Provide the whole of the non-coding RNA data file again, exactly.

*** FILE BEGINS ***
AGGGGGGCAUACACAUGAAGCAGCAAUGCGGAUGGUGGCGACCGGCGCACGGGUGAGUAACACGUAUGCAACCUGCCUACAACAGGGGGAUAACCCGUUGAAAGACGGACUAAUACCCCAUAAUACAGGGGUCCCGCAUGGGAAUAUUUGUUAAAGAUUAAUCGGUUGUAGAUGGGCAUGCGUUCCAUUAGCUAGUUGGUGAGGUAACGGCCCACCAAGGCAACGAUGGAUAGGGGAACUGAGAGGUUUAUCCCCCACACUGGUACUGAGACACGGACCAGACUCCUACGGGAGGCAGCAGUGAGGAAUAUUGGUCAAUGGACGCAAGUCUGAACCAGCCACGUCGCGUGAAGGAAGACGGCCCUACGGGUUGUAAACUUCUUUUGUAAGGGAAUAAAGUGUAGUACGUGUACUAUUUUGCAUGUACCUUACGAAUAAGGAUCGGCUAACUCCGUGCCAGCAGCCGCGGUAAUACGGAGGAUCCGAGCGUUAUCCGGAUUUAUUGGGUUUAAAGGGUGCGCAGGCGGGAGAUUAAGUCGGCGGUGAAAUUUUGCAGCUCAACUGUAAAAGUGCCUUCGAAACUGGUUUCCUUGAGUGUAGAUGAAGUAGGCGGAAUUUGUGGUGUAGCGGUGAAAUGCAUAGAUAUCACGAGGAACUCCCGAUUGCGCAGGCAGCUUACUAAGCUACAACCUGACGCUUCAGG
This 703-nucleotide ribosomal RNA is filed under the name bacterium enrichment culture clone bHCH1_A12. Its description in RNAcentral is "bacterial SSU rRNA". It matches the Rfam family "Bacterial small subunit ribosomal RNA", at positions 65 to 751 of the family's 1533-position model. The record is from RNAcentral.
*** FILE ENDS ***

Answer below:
AGGGGGGCAUACACAUGAAGCAGCAAUGCGGAUGGUGGCGACCGGCGCACGGGUGAGUAACACGUAUGCAACCUGCCUACAACAGGGGGAUAACCCGUUGAAAGACGGACUAAUACCCCAUAAUACAGGGGUCCCGCAUGGGAAUAUUUGUUAAAGAUUAAUCGGUUGUAGAUGGGCAUGCGUUCCAUUAGCUAGUUGGUGAGGUAACGGCCCACCAAGGCAACGAUGGAUAGGGGAACUGAGAGGUUUAUCCCCCACACUGGUACUGAGACACGGACCAGACUCCUACGGGAGGCAGCAGUGAGGAAUAUUGGUCAAUGGACGCAAGUCUGAACCAGCCACGUCGCGUGAAGGAAGACGGCCCUACGGGUUGUAAACUUCUUUUGUAAGGGAAUAAAGUGUAGUACGUGUACUAUUUUGCAUGUACCUUACGAAUAAGGAUCGGCUAACUCCGUGCCAGCAGCCGCGGUAAUACGGAGGAUCCGAGCGUUAUCCGGAUUUAUUGGGUUUAAAGGGUGCGCAGGCGGGAGAUUAAGUCGGCGGUGAAAUUUUGCAGCUCAACUGUAAAAGUGCCUUCGAAACUGGUUUCCUUGAGUGUAGAUGAAGUAGGCGGAAUUUGUGGUGUAGCGGUGAAAUGCAUAGAUAUCACGAGGAACUCCCGAUUGCGCAGGCAGCUUACUAAGCUACAACCUGACGCUUCAGG
This 703-nucleotide ribosomal RNA is filed under the name bacterium enrichment culture clone bHCH1_A12. Its description in RNAcentral is "bacterial SSU rRNA". It matches the Rfam family "Bacterial small subunit ribosomal RNA", at positions 65 to 751 of the family's 1533-position model. The record is from RNAcentral.